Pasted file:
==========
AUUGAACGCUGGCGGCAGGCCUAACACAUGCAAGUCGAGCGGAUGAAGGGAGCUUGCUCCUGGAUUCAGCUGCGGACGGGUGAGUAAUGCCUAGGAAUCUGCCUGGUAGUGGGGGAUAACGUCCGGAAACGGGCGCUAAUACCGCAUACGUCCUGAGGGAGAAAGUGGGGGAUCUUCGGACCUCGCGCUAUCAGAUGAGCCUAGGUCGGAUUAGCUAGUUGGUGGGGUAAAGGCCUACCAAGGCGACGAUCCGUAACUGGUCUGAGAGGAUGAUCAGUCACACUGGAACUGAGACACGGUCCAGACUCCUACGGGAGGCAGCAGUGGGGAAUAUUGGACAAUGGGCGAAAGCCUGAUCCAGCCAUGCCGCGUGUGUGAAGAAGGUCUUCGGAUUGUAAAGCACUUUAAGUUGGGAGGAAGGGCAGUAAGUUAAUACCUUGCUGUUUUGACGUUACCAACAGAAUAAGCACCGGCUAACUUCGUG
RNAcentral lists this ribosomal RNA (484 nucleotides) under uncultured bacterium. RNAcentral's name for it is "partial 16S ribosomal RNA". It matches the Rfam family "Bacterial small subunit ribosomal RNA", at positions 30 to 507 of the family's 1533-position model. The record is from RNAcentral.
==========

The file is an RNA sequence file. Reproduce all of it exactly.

AUUGAACGCUGGCGGCAGGCCUAACACAUGCAAGUCGAGCGGAUGAAGGGAGCUUGCUCCUGGAUUCAGCUGCGGACGGGUGAGUAAUGCCUAGGAAUCUGCCUGGUAGUGGGGGAUAACGUCCGGAAACGGGCGCUAAUACCGCAUACGUCCUGAGGGAGAAAGUGGGGGAUCUUCGGACCUCGCGCUAUCAGAUGAGCCUAGGUCGGAUUAGCUAGUUGGUGGGGUAAAGGCCUACCAAGGCGACGAUCCGUAACUGGUCUGAGAGGAUGAUCAGUCACACUGGAACUGAGACACGGUCCAGACUCCUACGGGAGGCAGCAGUGGGGAAUAUUGGACAAUGGGCGAAAGCCUGAUCCAGCCAUGCCGCGUGUGUGAAGAAGGUCUUCGGAUUGUAAAGCACUUUAAGUUGGGAGGAAGGGCAGUAAGUUAAUACCUUGCUGUUUUGACGUUACCAACAGAAUAAGCACCGGCUAACUUCGUG
RNAcentral lists this ribosomal RNA (484 nucleotides) under uncultured bacterium. RNAcentral's name for it is "partial 16S ribosomal RNA". It matches the Rfam family "Bacterial small subunit ribosomal RNA", at positions 30 to 507 of the family's 1533-position model. The record is from RNAcentral.